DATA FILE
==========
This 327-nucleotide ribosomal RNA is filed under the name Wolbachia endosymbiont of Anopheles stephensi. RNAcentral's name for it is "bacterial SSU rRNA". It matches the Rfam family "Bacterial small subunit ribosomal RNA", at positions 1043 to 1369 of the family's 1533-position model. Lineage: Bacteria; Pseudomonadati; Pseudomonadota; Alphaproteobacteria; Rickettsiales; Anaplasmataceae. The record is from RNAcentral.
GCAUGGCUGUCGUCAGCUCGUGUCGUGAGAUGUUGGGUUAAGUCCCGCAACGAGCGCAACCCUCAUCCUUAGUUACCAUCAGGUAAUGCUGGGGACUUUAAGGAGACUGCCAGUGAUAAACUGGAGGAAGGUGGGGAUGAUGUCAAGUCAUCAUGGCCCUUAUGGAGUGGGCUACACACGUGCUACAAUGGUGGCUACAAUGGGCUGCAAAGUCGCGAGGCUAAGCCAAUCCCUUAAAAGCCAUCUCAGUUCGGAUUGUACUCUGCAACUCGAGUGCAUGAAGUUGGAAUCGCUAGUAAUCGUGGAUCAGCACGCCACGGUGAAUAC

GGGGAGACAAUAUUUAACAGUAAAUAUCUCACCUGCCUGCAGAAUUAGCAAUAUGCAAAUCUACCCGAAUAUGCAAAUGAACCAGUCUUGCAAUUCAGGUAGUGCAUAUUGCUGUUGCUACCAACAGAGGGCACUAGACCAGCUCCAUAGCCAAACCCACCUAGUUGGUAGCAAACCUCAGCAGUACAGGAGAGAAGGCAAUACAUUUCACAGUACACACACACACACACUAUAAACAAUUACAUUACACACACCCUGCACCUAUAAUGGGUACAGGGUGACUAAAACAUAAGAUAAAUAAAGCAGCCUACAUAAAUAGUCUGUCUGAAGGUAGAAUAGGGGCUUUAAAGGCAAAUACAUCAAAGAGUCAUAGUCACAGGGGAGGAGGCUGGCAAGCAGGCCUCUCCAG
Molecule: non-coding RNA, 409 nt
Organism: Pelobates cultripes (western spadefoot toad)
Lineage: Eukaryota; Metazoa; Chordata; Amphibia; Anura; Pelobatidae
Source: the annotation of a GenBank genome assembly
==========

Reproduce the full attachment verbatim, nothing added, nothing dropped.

This 327-nucleotide ribosomal RNA is filed under the name Wolbachia endosymbiont of Anopheles stephensi. RNAcentral's name for it is "bacterial SSU rRNA". It matches the Rfam family "Bacterial small subunit ribosomal RNA", at positions 1043 to 1369 of the family's 1533-position model. Lineage: Bacteria; Pseudomonadati; Pseudomonadota; Alphaproteobacteria; Rickettsiales; Anaplasmataceae. The record is from RNAcentral.
GCAUGGCUGUCGUCAGCUCGUGUCGUGAGAUGUUGGGUUAAGUCCCGCAACGAGCGCAACCCUCAUCCUUAGUUACCAUCAGGUAAUGCUGGGGACUUUAAGGAGACUGCCAGUGAUAAACUGGAGGAAGGUGGGGAUGAUGUCAAGUCAUCAUGGCCCUUAUGGAGUGGGCUACACACGUGCUACAAUGGUGGCUACAAUGGGCUGCAAAGUCGCGAGGCUAAGCCAAUCCCUUAAAAGCCAUCUCAGUUCGGAUUGUACUCUGCAACUCGAGUGCAUGAAGUUGGAAUCGCUAGUAAUCGUGGAUCAGCACGCCACGGUGAAUAC

GGGGAGACAAUAUUUAACAGUAAAUAUCUCACCUGCCUGCAGAAUUAGCAAUAUGCAAAUCUACCCGAAUAUGCAAAUGAACCAGUCUUGCAAUUCAGGUAGUGCAUAUUGCUGUUGCUACCAACAGAGGGCACUAGACCAGCUCCAUAGCCAAACCCACCUAGUUGGUAGCAAACCUCAGCAGUACAGGAGAGAAGGCAAUACAUUUCACAGUACACACACACACACACUAUAAACAAUUACAUUACACACACCCUGCACCUAUAAUGGGUACAGGGUGACUAAAACAUAAGAUAAAUAAAGCAGCCUACAUAAAUAGUCUGUCUGAAGGUAGAAUAGGGGCUUUAAAGGCAAAUACAUCAAAGAGUCAUAGUCACAGGGGAGGAGGCUGGCAAGCAGGCCUCUCCAG
Molecule: non-coding RNA, 409 nt
Organism: Pelobates cultripes (western spadefoot toad)
Lineage: Eukaryota; Metazoa; Chordata; Amphibia; Anura; Pelobatidae
Source: the annotation of a GenBank genome assembly